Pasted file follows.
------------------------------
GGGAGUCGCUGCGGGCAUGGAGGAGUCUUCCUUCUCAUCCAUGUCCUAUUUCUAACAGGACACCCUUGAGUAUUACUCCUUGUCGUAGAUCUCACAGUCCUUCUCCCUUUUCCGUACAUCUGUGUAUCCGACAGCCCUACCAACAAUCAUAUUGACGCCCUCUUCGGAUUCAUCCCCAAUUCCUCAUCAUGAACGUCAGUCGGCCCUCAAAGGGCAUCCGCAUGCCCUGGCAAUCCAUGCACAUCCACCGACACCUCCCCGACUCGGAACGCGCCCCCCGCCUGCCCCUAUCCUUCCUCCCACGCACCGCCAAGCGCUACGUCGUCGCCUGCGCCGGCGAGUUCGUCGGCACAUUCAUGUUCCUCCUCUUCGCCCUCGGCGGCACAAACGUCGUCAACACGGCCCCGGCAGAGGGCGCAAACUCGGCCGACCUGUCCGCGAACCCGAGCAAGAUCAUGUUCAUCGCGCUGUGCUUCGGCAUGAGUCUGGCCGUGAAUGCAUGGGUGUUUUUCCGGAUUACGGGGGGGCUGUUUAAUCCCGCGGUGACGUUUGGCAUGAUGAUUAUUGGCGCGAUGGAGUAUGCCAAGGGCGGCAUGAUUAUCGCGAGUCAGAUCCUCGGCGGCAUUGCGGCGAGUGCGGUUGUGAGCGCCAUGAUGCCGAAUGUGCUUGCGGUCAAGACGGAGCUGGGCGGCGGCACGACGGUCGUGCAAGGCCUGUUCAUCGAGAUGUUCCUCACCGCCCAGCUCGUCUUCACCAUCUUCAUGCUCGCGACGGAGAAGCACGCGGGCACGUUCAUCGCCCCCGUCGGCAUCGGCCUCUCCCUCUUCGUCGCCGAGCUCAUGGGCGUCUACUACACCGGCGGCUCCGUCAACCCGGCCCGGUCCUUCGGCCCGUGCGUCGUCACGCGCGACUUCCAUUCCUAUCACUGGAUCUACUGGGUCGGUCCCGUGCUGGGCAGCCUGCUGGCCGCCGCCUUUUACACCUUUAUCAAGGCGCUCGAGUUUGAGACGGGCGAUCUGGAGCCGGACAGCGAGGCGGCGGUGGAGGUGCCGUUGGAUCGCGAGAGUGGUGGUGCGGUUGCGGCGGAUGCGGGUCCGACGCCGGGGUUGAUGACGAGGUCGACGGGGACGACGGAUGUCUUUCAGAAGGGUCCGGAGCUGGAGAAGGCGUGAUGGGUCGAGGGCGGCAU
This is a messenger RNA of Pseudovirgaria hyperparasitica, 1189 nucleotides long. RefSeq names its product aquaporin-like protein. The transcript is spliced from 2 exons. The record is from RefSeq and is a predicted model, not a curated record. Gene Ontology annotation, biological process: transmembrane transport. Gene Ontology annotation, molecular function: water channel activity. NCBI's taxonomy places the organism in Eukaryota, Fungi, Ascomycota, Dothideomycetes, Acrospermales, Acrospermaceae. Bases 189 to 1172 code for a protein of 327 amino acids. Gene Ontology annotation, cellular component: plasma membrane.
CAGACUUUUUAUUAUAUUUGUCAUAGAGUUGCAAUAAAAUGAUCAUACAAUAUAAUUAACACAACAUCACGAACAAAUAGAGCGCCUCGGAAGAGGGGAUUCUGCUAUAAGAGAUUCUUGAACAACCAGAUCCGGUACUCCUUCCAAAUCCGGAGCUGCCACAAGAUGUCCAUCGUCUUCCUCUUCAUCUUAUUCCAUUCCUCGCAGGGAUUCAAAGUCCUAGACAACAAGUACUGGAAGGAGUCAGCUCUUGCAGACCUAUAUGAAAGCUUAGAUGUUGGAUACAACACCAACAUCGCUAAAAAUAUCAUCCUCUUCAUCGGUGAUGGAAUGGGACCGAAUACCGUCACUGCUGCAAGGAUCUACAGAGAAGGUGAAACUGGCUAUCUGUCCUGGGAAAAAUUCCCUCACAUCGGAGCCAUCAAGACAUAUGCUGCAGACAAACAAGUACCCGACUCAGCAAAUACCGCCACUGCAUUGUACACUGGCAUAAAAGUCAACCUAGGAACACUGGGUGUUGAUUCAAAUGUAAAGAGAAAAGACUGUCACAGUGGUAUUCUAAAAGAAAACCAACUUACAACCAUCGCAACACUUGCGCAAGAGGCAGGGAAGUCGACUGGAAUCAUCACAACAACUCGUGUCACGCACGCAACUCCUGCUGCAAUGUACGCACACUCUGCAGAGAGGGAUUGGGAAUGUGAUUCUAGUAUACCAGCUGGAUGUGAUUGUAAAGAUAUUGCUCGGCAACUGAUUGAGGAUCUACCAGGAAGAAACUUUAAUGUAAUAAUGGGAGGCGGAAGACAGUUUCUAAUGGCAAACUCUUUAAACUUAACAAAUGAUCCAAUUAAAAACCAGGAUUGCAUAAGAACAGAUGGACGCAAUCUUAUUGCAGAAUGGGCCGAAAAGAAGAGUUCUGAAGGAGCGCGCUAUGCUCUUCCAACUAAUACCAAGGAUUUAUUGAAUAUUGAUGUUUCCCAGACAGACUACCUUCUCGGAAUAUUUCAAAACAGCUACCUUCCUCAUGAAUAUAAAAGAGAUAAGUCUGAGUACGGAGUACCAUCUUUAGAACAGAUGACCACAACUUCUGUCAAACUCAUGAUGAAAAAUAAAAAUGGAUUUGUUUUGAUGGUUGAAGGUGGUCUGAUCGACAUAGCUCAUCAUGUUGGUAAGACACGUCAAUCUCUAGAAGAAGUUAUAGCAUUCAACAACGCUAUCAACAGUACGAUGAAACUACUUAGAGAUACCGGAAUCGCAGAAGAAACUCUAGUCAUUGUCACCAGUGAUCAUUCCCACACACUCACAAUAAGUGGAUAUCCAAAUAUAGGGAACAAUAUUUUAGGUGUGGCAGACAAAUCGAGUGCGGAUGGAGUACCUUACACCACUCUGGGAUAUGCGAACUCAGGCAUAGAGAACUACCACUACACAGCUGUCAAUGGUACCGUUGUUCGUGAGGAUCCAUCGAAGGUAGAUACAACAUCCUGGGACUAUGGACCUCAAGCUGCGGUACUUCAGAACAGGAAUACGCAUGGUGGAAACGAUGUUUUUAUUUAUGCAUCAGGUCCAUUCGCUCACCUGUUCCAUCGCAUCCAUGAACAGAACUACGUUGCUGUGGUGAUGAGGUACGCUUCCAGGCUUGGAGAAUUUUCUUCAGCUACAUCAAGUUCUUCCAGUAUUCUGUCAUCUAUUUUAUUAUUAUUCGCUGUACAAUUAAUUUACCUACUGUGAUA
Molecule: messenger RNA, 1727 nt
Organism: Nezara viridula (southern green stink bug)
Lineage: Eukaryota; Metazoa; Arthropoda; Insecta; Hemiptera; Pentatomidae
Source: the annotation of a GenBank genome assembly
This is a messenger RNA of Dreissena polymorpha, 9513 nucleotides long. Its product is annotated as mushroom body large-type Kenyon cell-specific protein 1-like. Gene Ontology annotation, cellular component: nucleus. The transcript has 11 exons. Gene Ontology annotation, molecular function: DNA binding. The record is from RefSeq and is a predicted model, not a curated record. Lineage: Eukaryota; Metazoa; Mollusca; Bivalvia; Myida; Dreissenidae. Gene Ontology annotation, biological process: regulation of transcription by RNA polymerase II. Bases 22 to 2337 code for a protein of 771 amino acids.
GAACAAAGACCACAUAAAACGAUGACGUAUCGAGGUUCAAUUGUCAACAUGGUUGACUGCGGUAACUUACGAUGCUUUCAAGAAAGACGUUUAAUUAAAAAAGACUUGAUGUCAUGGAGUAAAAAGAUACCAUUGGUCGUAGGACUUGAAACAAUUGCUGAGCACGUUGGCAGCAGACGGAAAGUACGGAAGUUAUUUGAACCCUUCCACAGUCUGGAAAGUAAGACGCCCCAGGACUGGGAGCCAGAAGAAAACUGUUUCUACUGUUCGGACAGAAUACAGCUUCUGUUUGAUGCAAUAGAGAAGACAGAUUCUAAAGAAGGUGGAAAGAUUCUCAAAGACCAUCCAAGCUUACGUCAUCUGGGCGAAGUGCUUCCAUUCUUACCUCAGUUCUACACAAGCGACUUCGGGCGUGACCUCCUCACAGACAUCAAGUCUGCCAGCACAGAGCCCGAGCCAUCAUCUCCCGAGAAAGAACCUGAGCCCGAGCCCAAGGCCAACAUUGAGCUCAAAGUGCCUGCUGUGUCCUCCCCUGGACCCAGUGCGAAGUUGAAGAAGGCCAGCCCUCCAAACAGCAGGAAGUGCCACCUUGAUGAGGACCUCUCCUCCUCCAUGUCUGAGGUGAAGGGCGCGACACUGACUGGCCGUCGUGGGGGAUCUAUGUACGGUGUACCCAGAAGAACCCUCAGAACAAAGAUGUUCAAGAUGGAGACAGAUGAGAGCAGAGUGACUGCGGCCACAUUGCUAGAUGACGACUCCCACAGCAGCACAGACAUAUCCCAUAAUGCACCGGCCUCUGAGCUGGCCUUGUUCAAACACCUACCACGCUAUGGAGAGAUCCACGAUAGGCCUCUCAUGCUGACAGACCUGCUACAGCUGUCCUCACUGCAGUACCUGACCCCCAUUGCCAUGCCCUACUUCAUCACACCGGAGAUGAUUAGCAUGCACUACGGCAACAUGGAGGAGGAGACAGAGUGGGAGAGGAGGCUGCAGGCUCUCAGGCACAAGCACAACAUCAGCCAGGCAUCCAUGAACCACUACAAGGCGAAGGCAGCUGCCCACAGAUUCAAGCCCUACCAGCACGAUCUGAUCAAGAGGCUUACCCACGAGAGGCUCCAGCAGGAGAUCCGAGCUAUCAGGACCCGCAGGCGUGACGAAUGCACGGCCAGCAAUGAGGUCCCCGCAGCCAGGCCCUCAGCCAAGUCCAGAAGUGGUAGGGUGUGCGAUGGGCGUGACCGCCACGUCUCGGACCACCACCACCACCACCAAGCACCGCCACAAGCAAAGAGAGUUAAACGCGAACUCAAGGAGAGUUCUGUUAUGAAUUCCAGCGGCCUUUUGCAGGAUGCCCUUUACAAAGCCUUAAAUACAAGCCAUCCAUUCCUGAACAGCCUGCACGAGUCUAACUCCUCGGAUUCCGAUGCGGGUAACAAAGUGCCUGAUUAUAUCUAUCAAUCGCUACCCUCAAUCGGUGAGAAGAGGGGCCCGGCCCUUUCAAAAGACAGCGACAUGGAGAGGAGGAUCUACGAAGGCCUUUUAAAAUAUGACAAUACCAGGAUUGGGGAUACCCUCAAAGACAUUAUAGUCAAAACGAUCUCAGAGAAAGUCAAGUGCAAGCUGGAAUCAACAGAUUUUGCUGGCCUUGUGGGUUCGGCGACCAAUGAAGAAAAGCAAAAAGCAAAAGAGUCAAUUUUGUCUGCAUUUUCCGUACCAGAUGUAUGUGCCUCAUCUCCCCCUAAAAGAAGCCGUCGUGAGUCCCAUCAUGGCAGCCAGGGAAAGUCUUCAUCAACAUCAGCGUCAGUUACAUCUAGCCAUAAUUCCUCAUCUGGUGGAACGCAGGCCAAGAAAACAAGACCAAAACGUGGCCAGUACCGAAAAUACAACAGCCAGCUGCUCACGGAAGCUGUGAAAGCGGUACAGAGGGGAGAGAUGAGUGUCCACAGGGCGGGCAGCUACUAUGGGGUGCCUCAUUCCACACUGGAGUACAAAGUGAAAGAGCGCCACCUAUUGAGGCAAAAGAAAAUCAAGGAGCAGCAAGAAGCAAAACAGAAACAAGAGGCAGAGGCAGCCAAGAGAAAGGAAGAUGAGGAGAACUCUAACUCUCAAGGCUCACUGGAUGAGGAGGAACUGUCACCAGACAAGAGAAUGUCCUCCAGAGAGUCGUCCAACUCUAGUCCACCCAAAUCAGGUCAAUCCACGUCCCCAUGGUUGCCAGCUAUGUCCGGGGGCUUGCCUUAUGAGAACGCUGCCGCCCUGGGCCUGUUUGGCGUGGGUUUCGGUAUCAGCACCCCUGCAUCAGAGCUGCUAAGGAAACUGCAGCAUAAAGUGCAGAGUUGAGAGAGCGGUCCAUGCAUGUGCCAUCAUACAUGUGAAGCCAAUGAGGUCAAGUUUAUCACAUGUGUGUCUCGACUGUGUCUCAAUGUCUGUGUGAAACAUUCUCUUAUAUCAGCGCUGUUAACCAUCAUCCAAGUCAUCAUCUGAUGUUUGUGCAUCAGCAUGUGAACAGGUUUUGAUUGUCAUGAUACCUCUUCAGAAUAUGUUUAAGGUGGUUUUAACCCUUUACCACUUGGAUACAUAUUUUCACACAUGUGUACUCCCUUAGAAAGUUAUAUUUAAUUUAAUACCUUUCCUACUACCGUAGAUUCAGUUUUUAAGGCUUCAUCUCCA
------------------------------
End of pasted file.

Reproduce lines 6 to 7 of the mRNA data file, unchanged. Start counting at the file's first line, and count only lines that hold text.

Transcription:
Lineage: Eukaryota; Metazoa; Arthropoda; Insecta; Hemiptera; Pentatomidae
Source: the annotation of a GenBank genome assembly